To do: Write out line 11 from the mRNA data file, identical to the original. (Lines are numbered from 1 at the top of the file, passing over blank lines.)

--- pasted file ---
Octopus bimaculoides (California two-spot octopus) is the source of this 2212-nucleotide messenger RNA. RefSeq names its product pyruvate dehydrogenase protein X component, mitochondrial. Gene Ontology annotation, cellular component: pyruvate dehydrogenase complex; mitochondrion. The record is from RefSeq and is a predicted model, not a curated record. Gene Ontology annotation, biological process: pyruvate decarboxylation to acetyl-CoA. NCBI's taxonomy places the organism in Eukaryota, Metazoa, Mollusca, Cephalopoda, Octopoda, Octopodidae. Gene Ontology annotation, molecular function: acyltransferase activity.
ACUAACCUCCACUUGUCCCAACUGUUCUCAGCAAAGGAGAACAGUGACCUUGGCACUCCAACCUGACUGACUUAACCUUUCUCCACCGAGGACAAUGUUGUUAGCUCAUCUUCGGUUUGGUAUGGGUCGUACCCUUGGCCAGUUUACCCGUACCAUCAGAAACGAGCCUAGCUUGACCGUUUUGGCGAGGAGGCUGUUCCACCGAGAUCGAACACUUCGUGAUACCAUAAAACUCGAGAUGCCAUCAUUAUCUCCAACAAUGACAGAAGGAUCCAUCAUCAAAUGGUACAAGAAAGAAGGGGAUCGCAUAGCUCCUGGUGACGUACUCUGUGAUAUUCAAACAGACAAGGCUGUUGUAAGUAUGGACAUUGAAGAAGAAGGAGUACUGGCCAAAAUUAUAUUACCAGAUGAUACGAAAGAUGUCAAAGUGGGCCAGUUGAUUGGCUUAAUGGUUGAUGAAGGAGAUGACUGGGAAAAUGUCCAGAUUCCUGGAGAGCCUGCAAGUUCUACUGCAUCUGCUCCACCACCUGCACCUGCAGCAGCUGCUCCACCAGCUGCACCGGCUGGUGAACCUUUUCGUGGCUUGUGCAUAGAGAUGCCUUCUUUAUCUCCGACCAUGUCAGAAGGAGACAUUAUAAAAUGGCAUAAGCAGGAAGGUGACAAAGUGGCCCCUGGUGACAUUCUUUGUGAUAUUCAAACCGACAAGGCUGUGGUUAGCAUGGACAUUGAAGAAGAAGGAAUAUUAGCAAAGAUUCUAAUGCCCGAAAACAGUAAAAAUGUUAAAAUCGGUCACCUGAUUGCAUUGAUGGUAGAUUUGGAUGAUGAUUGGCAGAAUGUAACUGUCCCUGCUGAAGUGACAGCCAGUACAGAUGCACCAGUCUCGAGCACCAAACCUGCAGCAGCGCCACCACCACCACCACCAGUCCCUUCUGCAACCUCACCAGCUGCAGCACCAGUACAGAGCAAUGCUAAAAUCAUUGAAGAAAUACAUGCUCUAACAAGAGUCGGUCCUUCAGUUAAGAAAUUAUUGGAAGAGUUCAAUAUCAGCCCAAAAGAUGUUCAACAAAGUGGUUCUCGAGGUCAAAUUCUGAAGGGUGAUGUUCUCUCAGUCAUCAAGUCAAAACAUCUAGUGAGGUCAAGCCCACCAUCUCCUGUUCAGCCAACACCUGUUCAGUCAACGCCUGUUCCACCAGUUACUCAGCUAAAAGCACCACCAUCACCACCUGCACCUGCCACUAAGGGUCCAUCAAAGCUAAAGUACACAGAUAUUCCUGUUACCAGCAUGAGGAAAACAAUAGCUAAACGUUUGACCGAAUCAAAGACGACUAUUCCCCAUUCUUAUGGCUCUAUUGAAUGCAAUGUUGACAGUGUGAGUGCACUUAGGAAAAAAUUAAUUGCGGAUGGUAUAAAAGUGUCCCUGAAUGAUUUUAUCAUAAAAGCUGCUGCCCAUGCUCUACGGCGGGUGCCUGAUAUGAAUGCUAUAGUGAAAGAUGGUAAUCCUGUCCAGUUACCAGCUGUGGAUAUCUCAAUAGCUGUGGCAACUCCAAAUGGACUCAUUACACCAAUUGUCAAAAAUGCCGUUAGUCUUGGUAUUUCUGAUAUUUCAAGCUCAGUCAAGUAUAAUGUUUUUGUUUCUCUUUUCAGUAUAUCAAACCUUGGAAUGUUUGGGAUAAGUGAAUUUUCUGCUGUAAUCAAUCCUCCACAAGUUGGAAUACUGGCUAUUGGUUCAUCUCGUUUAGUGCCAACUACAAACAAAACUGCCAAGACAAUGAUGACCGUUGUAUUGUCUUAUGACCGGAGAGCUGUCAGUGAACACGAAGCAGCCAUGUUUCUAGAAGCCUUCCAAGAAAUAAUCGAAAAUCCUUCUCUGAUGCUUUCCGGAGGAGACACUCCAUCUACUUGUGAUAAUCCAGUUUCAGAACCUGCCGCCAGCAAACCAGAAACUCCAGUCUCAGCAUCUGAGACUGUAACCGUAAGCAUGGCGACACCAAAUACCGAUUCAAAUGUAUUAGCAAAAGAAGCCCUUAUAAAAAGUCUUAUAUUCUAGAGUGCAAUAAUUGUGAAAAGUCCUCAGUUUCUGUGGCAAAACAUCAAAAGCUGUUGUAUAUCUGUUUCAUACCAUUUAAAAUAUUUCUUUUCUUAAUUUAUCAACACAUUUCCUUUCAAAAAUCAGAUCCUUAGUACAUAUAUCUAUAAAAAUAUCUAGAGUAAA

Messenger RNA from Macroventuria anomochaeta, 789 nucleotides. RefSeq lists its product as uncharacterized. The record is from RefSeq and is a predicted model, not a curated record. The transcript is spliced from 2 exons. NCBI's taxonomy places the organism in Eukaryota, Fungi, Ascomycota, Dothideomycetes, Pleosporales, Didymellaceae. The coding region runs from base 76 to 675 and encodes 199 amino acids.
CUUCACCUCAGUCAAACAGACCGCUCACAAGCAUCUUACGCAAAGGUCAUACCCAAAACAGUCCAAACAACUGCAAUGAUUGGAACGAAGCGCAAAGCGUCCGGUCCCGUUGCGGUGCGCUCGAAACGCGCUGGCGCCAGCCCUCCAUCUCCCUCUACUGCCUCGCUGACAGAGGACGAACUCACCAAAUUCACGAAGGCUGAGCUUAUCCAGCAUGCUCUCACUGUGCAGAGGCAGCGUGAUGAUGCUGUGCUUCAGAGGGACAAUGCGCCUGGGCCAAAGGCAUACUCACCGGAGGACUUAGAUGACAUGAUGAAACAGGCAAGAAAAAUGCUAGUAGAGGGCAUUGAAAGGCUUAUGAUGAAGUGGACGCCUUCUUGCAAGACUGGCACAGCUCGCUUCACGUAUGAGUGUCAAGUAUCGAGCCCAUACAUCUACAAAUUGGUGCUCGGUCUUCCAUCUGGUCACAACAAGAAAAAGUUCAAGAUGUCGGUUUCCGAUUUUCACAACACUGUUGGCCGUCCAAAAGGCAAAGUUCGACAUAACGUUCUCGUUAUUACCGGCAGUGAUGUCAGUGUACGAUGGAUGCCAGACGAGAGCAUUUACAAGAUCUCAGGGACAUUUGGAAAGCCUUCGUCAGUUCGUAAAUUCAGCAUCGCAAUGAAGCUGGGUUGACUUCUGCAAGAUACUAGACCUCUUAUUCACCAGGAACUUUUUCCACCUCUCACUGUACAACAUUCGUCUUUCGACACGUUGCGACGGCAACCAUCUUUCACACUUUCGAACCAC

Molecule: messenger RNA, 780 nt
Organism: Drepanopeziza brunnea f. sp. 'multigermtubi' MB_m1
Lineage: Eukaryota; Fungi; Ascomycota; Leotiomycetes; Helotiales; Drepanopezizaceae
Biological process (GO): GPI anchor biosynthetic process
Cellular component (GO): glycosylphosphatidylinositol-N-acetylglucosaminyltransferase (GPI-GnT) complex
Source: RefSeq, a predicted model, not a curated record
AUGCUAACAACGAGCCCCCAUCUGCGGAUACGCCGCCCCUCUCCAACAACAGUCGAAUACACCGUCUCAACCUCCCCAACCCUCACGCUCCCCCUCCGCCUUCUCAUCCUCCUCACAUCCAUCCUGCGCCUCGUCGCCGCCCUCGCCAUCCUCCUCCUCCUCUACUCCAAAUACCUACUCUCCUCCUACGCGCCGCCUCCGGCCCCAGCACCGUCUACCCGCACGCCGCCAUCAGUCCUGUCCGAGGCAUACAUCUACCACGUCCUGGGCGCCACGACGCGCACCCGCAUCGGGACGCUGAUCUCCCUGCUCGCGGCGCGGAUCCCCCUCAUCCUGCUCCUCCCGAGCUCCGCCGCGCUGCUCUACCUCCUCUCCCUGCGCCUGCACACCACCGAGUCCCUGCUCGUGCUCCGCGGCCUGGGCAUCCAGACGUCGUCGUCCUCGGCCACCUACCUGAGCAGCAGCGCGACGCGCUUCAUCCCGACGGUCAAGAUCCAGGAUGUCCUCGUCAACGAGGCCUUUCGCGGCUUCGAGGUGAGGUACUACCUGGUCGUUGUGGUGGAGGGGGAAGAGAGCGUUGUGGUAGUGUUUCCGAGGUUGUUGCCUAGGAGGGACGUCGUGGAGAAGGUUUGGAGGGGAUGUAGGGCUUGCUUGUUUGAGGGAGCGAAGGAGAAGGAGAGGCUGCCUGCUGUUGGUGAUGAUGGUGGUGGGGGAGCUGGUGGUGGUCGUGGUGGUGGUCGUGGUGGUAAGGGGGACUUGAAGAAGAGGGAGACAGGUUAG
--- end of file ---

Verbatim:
AUGCUAACAACGAGCCCCCAUCUGCGGAUACGCCGCCCCUCUCCAACAACAGUCGAAUACACCGUCUCAACCUCCCCAACCCUCACGCUCCCCCUCCGCCUUCUCAUCCUCCUCACAUCCAUCCUGCGCCUCGUCGCCGCCCUCGCCAUCCUCCUCCUCCUCUACUCCAAAUACCUACUCUCCUCCUACGCGCCGCCUCCGGCCCCAGCACCGUCUACCCGCACGCCGCCAUCAGUCCUGUCCGAGGCAUACAUCUACCACGUCCUGGGCGCCACGACGCGCACCCGCAUCGGGACGCUGAUCUCCCUGCUCGCGGCGCGGAUCCCCCUCAUCCUGCUCCUCCCGAGCUCCGCCGCGCUGCUCUACCUCCUCUCCCUGCGCCUGCACACCACCGAGUCCCUGCUCGUGCUCCGCGGCCUGGGCAUCCAGACGUCGUCGUCCUCGGCCACCUACCUGAGCAGCAGCGCGACGCGCUUCAUCCCGACGGUCAAGAUCCAGGAUGUCCUCGUCAACGAGGCCUUUCGCGGCUUCGAGGUGAGGUACUACCUGGUCGUUGUGGUGGAGGGGGAAGAGAGCGUUGUGGUAGUGUUUCCGAGGUUGUUGCCUAGGAGGGACGUCGUGGAGAAGGUUUGGAGGGGAUGUAGGGCUUGCUUGUUUGAGGGAGCGAAGGAGAAGGAGAGGCUGCCUGCUGUUGGUGAUGAUGGUGGUGGGGGAGCUGGUGGUGGUCGUGGUGGUGGUCGUGGUGGUAAGGGGGACUUGAAGAAGAGGGAGACAGGUUAG